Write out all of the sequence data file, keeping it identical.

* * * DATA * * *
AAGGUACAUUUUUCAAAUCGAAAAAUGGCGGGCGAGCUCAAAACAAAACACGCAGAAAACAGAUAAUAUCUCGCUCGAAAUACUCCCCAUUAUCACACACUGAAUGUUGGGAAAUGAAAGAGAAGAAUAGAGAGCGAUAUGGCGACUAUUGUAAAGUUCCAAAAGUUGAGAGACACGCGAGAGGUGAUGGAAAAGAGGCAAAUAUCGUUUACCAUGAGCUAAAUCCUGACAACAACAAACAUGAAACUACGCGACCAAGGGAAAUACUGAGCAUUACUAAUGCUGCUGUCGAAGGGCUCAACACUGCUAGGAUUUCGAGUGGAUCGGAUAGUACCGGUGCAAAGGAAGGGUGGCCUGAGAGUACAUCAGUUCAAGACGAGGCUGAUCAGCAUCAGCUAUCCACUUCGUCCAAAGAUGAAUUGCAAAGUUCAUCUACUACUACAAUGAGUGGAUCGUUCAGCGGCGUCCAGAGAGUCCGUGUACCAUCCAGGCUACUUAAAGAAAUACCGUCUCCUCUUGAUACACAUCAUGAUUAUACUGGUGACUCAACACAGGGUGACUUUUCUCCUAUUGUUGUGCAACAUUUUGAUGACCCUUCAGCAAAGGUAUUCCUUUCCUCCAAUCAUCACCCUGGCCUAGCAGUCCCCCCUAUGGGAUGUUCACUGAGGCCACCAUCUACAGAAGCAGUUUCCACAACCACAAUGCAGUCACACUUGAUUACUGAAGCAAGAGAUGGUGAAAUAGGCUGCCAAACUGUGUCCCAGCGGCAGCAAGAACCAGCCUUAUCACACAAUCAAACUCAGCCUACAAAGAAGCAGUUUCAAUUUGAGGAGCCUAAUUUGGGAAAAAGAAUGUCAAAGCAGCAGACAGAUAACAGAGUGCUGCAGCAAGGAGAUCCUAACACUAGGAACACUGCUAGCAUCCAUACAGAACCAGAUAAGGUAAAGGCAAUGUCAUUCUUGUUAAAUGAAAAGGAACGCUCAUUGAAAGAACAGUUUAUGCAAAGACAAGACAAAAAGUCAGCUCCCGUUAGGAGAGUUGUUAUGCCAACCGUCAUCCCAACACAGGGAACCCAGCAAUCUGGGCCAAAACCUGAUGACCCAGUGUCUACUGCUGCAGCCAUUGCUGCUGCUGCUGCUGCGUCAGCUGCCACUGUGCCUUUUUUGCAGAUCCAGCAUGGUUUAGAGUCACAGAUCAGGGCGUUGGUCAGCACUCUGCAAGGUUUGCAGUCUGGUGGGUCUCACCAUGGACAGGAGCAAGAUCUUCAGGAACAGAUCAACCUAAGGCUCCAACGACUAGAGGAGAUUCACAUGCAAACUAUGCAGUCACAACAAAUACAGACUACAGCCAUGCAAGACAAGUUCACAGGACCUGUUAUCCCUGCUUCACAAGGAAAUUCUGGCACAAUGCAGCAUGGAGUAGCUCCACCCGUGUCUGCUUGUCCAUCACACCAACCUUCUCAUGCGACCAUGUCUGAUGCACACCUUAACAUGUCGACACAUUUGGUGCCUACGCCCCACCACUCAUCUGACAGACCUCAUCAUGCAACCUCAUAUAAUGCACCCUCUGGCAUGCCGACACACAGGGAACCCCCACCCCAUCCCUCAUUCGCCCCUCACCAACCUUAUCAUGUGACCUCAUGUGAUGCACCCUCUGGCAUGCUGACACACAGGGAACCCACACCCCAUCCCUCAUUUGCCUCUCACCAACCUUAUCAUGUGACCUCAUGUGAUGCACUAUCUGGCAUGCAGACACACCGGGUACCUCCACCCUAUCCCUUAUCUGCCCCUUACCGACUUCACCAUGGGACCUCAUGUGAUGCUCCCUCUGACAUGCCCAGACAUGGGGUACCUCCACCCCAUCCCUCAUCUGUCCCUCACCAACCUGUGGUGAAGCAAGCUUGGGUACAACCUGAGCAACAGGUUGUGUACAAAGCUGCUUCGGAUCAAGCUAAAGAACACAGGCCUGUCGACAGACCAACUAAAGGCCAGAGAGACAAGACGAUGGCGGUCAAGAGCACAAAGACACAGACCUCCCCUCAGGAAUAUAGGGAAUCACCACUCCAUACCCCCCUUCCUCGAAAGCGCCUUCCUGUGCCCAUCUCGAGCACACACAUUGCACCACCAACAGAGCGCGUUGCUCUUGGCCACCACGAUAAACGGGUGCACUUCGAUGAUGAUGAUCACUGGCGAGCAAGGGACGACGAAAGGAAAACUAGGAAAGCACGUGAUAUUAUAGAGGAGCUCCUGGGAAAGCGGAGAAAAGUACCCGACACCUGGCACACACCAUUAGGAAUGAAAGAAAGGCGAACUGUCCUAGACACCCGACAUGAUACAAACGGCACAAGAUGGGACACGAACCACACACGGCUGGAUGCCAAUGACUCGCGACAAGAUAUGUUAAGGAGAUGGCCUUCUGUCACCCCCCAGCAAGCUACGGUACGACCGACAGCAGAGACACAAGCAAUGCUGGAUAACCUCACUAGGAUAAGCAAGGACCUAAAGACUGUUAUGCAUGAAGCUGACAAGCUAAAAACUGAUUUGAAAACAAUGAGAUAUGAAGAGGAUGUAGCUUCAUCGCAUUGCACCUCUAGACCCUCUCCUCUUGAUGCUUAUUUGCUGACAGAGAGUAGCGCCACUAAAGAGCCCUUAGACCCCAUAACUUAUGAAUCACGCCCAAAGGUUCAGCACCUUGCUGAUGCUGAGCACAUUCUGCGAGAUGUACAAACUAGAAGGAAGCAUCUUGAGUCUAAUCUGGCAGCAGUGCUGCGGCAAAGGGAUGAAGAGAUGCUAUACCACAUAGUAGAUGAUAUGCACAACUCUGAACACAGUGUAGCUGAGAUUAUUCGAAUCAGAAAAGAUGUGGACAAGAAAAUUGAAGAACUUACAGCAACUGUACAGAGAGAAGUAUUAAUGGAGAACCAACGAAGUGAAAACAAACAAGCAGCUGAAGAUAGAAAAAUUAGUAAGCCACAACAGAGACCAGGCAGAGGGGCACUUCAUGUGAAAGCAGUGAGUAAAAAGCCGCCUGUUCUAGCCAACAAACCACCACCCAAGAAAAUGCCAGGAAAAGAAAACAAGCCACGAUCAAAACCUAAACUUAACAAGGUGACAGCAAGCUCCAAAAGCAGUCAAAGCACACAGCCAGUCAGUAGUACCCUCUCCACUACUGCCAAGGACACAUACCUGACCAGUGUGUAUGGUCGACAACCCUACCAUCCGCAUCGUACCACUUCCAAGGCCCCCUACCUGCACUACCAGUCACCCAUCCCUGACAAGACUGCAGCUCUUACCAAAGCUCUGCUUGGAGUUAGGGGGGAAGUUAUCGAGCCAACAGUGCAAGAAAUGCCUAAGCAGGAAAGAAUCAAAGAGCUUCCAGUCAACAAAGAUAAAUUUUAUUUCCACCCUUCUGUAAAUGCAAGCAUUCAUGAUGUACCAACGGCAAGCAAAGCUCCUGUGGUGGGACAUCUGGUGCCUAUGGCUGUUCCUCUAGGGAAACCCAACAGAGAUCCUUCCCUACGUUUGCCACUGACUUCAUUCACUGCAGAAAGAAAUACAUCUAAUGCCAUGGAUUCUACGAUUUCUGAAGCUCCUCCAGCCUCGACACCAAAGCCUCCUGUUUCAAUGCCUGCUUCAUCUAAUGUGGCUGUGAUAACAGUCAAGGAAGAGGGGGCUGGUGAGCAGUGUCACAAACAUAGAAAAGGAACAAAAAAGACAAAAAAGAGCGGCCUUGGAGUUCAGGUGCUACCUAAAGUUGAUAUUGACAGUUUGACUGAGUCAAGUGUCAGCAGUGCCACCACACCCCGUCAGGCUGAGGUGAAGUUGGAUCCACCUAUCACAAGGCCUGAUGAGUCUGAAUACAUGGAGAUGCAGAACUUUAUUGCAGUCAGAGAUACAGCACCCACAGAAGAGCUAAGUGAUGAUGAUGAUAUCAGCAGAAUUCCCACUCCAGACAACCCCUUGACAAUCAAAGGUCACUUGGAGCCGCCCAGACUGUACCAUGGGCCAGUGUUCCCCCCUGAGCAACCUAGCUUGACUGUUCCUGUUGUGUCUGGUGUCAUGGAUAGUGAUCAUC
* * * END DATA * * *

AAGGUACAUUUUUCAAAUCGAAAAAUGGCGGGCGAGCUCAAAACAAAACACGCAGAAAACAGAUAAUAUCUCGCUCGAAAUACUCCCCAUUAUCACACACUGAAUGUUGGGAAAUGAAAGAGAAGAAUAGAGAGCGAUAUGGCGACUAUUGUAAAGUUCCAAAAGUUGAGAGACACGCGAGAGGUGAUGGAAAAGAGGCAAAUAUCGUUUACCAUGAGCUAAAUCCUGACAACAACAAACAUGAAACUACGCGACCAAGGGAAAUACUGAGCAUUACUAAUGCUGCUGUCGAAGGGCUCAACACUGCUAGGAUUUCGAGUGGAUCGGAUAGUACCGGUGCAAAGGAAGGGUGGCCUGAGAGUACAUCAGUUCAAGACGAGGCUGAUCAGCAUCAGCUAUCCACUUCGUCCAAAGAUGAAUUGCAAAGUUCAUCUACUACUACAAUGAGUGGAUCGUUCAGCGGCGUCCAGAGAGUCCGUGUACCAUCCAGGCUACUUAAAGAAAUACCGUCUCCUCUUGAUACACAUCAUGAUUAUACUGGUGACUCAACACAGGGUGACUUUUCUCCUAUUGUUGUGCAACAUUUUGAUGACCCUUCAGCAAAGGUAUUCCUUUCCUCCAAUCAUCACCCUGGCCUAGCAGUCCCCCCUAUGGGAUGUUCACUGAGGCCACCAUCUACAGAAGCAGUUUCCACAACCACAAUGCAGUCACACUUGAUUACUGAAGCAAGAGAUGGUGAAAUAGGCUGCCAAACUGUGUCCCAGCGGCAGCAAGAACCAGCCUUAUCACACAAUCAAACUCAGCCUACAAAGAAGCAGUUUCAAUUUGAGGAGCCUAAUUUGGGAAAAAGAAUGUCAAAGCAGCAGACAGAUAACAGAGUGCUGCAGCAAGGAGAUCCUAACACUAGGAACACUGCUAGCAUCCAUACAGAACCAGAUAAGGUAAAGGCAAUGUCAUUCUUGUUAAAUGAAAAGGAACGCUCAUUGAAAGAACAGUUUAUGCAAAGACAAGACAAAAAGUCAGCUCCCGUUAGGAGAGUUGUUAUGCCAACCGUCAUCCCAACACAGGGAACCCAGCAAUCUGGGCCAAAACCUGAUGACCCAGUGUCUACUGCUGCAGCCAUUGCUGCUGCUGCUGCUGCGUCAGCUGCCACUGUGCCUUUUUUGCAGAUCCAGCAUGGUUUAGAGUCACAGAUCAGGGCGUUGGUCAGCACUCUGCAAGGUUUGCAGUCUGGUGGGUCUCACCAUGGACAGGAGCAAGAUCUUCAGGAACAGAUCAACCUAAGGCUCCAACGACUAGAGGAGAUUCACAUGCAAACUAUGCAGUCACAACAAAUACAGACUACAGCCAUGCAAGACAAGUUCACAGGACCUGUUAUCCCUGCUUCACAAGGAAAUUCUGGCACAAUGCAGCAUGGAGUAGCUCCACCCGUGUCUGCUUGUCCAUCACACCAACCUUCUCAUGCGACCAUGUCUGAUGCACACCUUAACAUGUCGACACAUUUGGUGCCUACGCCCCACCACUCAUCUGACAGACCUCAUCAUGCAACCUCAUAUAAUGCACCCUCUGGCAUGCCGACACACAGGGAACCCCCACCCCAUCCCUCAUUCGCCCCUCACCAACCUUAUCAUGUGACCUCAUGUGAUGCACCCUCUGGCAUGCUGACACACAGGGAACCCACACCCCAUCCCUCAUUUGCCUCUCACCAACCUUAUCAUGUGACCUCAUGUGAUGCACUAUCUGGCAUGCAGACACACCGGGUACCUCCACCCUAUCCCUUAUCUGCCCCUUACCGACUUCACCAUGGGACCUCAUGUGAUGCUCCCUCUGACAUGCCCAGACAUGGGGUACCUCCACCCCAUCCCUCAUCUGUCCCUCACCAACCUGUGGUGAAGCAAGCUUGGGUACAACCUGAGCAACAGGUUGUGUACAAAGCUGCUUCGGAUCAAGCUAAAGAACACAGGCCUGUCGACAGACCAACUAAAGGCCAGAGAGACAAGACGAUGGCGGUCAAGAGCACAAAGACACAGACCUCCCCUCAGGAAUAUAGGGAAUCACCACUCCAUACCCCCCUUCCUCGAAAGCGCCUUCCUGUGCCCAUCUCGAGCACACACAUUGCACCACCAACAGAGCGCGUUGCUCUUGGCCACCACGAUAAACGGGUGCACUUCGAUGAUGAUGAUCACUGGCGAGCAAGGGACGACGAAAGGAAAACUAGGAAAGCACGUGAUAUUAUAGAGGAGCUCCUGGGAAAGCGGAGAAAAGUACCCGACACCUGGCACACACCAUUAGGAAUGAAAGAAAGGCGAACUGUCCUAGACACCCGACAUGAUACAAACGGCACAAGAUGGGACACGAACCACACACGGCUGGAUGCCAAUGACUCGCGACAAGAUAUGUUAAGGAGAUGGCCUUCUGUCACCCCCCAGCAAGCUACGGUACGACCGACAGCAGAGACACAAGCAAUGCUGGAUAACCUCACUAGGAUAAGCAAGGACCUAAAGACUGUUAUGCAUGAAGCUGACAAGCUAAAAACUGAUUUGAAAACAAUGAGAUAUGAAGAGGAUGUAGCUUCAUCGCAUUGCACCUCUAGACCCUCUCCUCUUGAUGCUUAUUUGCUGACAGAGAGUAGCGCCACUAAAGAGCCCUUAGACCCCAUAACUUAUGAAUCACGCCCAAAGGUUCAGCACCUUGCUGAUGCUGAGCACAUUCUGCGAGAUGUACAAACUAGAAGGAAGCAUCUUGAGUCUAAUCUGGCAGCAGUGCUGCGGCAAAGGGAUGAAGAGAUGCUAUACCACAUAGUAGAUGAUAUGCACAACUCUGAACACAGUGUAGCUGAGAUUAUUCGAAUCAGAAAAGAUGUGGACAAGAAAAUUGAAGAACUUACAGCAACUGUACAGAGAGAAGUAUUAAUGGAGAACCAACGAAGUGAAAACAAACAAGCAGCUGAAGAUAGAAAAAUUAGUAAGCCACAACAGAGACCAGGCAGAGGGGCACUUCAUGUGAAAGCAGUGAGUAAAAAGCCGCCUGUUCUAGCCAACAAACCACCACCCAAGAAAAUGCCAGGAAAAGAAAACAAGCCACGAUCAAAACCUAAACUUAACAAGGUGACAGCAAGCUCCAAAAGCAGUCAAAGCACACAGCCAGUCAGUAGUACCCUCUCCACUACUGCCAAGGACACAUACCUGACCAGUGUGUAUGGUCGACAACCCUACCAUCCGCAUCGUACCACUUCCAAGGCCCCCUACCUGCACUACCAGUCACCCAUCCCUGACAAGACUGCAGCUCUUACCAAAGCUCUGCUUGGAGUUAGGGGGGAAGUUAUCGAGCCAACAGUGCAAGAAAUGCCUAAGCAGGAAAGAAUCAAAGAGCUUCCAGUCAACAAAGAUAAAUUUUAUUUCCACCCUUCUGUAAAUGCAAGCAUUCAUGAUGUACCAACGGCAAGCAAAGCUCCUGUGGUGGGACAUCUGGUGCCUAUGGCUGUUCCUCUAGGGAAACCCAACAGAGAUCCUUCCCUACGUUUGCCACUGACUUCAUUCACUGCAGAAAGAAAUACAUCUAAUGCCAUGGAUUCUACGAUUUCUGAAGCUCCUCCAGCCUCGACACCAAAGCCUCCUGUUUCAAUGCCUGCUUCAUCUAAUGUGGCUGUGAUAACAGUCAAGGAAGAGGGGGCUGGUGAGCAGUGUCACAAACAUAGAAAAGGAACAAAAAAGACAAAAAAGAGCGGCCUUGGAGUUCAGGUGCUACCUAAAGUUGAUAUUGACAGUUUGACUGAGUCAAGUGUCAGCAGUGCCACCACACCCCGUCAGGCUGAGGUGAAGUUGGAUCCACCUAUCACAAGGCCUGAUGAGUCUGAAUACAUGGAGAUGCAGAACUUUAUUGCAGUCAGAGAUACAGCACCCACAGAAGAGCUAAGUGAUGAUGAUGAUAUCAGCAGAAUUCCCACUCCAGACAACCCCUUGACAAUCAAAGGUCACUUGGAGCCGCCCAGACUGUACCAUGGGCCAGUGUUCCCCCCUGAGCAACCUAGCUUGACUGUUCCUGUUGUGUCUGGUGUCAUGGAUAGUGAUCAUC